Humans have transformed the earth in a dramatic way, especially over
the last 50 years. Not only have we drastically changed the carbon
cycle by burning fossil fuel
and coal and by increasing forest fires, we have also changed the
nitrogen cycle worldwide by the amount of nitrogen being fixed by
industrial agriculture and fertilizer use.
We have transformed more than half the land surface through
agriculture, deforestation, mining, industry, paving, and ever-growing
cities. These changes have altered the climate systems by the way
moisture is exchanged between earth and the atmosphere.
We have destroyed biodiversity by shifting plants and animals to places
and conditions where they cannot survive. We are seeing the most basic
of our needs – air, water, housing, and energy – disappear before our
eyes. And this demise of our common life-support system is being
accelerated by ever more energy intensive activities, by which a
privileged group of people attempts to secure its survival.
A conference on avoiding dangerous climate change at the Hadley Centre
in Exeter was held explicitly to convince the Bush administration to
join the rest of the industrialised world, and to use the July 2005 G8
meeting to set limits
on greenhouse gas emissions. The United States and Australia, the
world’s two largest polluters, were refusing to be part of any global
agreement to limit CO2 and other greenhouse gases.
The G8 meeting came and went. The US, with 42 per cent of global fossil
fuel CO2, and 34 per cent of combined greenhouse gas emissions, not
only remained outside the
climate- stabilisation effort but also fought vigorously to prevent any
progress in setting limits. Given the extraordinary amount of
greenhouse gases emitted by the US, this country alone can dramatically
slow climate change, or bring the planet to the boiling point.
Three weeks before the G8 summit, The Observer printed a set of leaked
documents revealing how the Bush White House derailed attempts to
address global warming. These submissions to the G8 action plan show
that Washington officials deleted even the suggestion that global
warming has already started.
Among the key sentences removed were: ‘Our world is warming. Climate
change is a serious threat that has the potential to affect every part
of the globe. And we know that ... mankind’s activities are
contributing to this warming. This is an issue we must address
At the Hadley Centre Climate Change Conference in February 2005, the
International Climate Change Task Force UK said that if we do nothing
the climate system will collapse.
Stephen Byers, the co-chair of that task force and an advisor to Tony
Blair, said the point of no return could be reached in a decade. The
Bush delegation to the July 2005 G8 summit in Scotland, probably even
George Bush himself,is aware of that deadline.
At the UN Climate Conference in Montreal in December 2005 the US again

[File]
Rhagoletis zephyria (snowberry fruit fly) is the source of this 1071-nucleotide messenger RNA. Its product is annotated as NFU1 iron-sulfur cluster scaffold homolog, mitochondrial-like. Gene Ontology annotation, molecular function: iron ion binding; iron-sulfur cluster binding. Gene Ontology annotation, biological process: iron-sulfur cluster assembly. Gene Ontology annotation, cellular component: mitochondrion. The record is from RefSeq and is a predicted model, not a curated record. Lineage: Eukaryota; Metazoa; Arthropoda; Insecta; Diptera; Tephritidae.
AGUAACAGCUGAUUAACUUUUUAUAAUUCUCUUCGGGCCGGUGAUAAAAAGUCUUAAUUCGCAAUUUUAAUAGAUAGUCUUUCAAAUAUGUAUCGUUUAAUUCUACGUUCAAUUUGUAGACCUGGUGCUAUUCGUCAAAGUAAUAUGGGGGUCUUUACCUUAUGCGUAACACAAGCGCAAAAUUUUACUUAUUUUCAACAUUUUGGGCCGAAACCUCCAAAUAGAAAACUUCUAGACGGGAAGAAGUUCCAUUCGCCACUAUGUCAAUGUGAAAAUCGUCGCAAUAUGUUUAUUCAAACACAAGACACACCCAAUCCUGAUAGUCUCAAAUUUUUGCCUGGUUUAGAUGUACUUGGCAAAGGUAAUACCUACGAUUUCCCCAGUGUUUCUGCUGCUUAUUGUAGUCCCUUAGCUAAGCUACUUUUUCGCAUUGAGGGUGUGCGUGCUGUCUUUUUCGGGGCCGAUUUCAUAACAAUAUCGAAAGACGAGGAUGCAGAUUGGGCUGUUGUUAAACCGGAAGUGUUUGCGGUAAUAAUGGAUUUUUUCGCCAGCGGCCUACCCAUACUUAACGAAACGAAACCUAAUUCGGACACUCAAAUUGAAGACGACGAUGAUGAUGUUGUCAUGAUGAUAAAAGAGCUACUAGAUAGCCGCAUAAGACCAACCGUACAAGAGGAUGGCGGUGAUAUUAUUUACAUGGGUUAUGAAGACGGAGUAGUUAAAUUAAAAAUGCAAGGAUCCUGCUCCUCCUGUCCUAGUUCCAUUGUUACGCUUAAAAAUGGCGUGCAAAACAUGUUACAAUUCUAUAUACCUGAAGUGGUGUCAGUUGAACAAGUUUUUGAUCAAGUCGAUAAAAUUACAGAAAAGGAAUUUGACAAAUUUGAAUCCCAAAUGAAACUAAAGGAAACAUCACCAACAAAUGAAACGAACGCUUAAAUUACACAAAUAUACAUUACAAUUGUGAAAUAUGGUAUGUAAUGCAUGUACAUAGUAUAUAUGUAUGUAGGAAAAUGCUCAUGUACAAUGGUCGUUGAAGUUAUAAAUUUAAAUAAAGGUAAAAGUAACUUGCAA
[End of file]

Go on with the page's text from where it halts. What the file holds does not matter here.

undermined the talks. The Bush administration had sent Harlan Watson,
senior climate negotiator for
the US Department of State (suggested for that position in 2001 by
ExxonMobil, a company that has consistently opposed mandatory curbs on
Exxon was present behind the scenes in Montreal as well, and on
December 8, 2005, The Independent revealed the extraordinary campaign
by the Competitive Enterprise Institute (an Exxon funded think-tank
that takes credit for having prevented US adoption of the Kyoto
treaty), to destroy Europe’s support for an extension of the treaty by
lobbying large EU corporations to join in dismantling Kyoto in Europe.
Watson held out until the very last day to sign the Montreal agreement,
doing so only when it became clear that, of 188 other countries, only
Saudi Arabia would side with the US. While the 157 Kyoto signatories
agreed to extend the treaty’s emission-cutting targets after formal
expiration in 2012, 189 countries – including the US, China, and India
– agreed only to non-binding discussions.
The perceived need to include the US, the world’s largest polluter, in
future negotiations had a devastating effect on the treaty’s language,
leading to an agreement at the
lowest common denominator: ‘non-binding discussions’, ‘voluntary
measures’, ‘marketbased opportunities’ – this when stringent emission
reductions are urgently needed at once, not in six years.
However, the US is not solely responsible for the stalemate. Tony
Juniper from Friends of the Earth, remarked: ‘Tony Blair had thrown
doubt on the whole future of Kyoto before the talks, when he seemed to
side with George Bush and stated that no country would want to
negotiate another agreement with targets and timetables like Kyoto.’
The Global Business Network wrote in the only official document that
does not deny climate change, ‘Climate Change as a National Security
Concern’, commissioned for Donald Rumsfeld by Pentagon defence adviser
Andrew Marshall, and made public in February 2004: ‘The focus in
climate research has slowly been shifting from gradual to rapid change.
In 2002, the National Academy of Sciences issued a report concluding
that human activities could trigger abrupt change. A year later, the
World Economic Forum in Davos, Switzerland, included a session at which
Robert Gagosian, director of the Woods Hole Oceanographic Institution
in Massachusetts, urged policymakers to consider the implications of
possible abrupt climate change within two decades.’
Whether in a decade as UK scientists say, or two as the Pentagon study
says, a consensus is developing that we are reaching a phase of
dangerous, abrupt, and irreversible climate shifts. However, for the
Bush administration, this is not an ecological or humanitarian issue,
but a military issue. They question only how to protect US borders from
environmental refugees, how to overpower nations collapsing
under environmental pressures, how to keep access to food, water, and
energy as other parts of the world go hungry and thirsty, and how to
keep nuclear pre-eminence, while thoseweapons in other countries fall
into the hands of insurgents.
The eerie similarity of these goals and methods, with those of the
so-called war on terrorism, raises the question of whether that war on
terrorism is not really already a war on the earth. And, as in the war
on terrorism, the already occurring ecological disasters – like the
Osama bin Ladens – are needed and promoted. And the religious
fundamentalists are driving this forward because God has given them
dominion over the planet to do as they wish.
The year 2005 was the second warmest year on record, and among the four
warmest years since 1861, according to the World Meteorological
Organization (WMO). And it may well be the year of ecological
landslides, when climate change becomes self-reinforcing and begins to
spin out of control. Consider these news items from the last months of
In October, glaciologists meeting at the Royal Society in London argued
that the South Pole could be the principal cause of rising sea levels.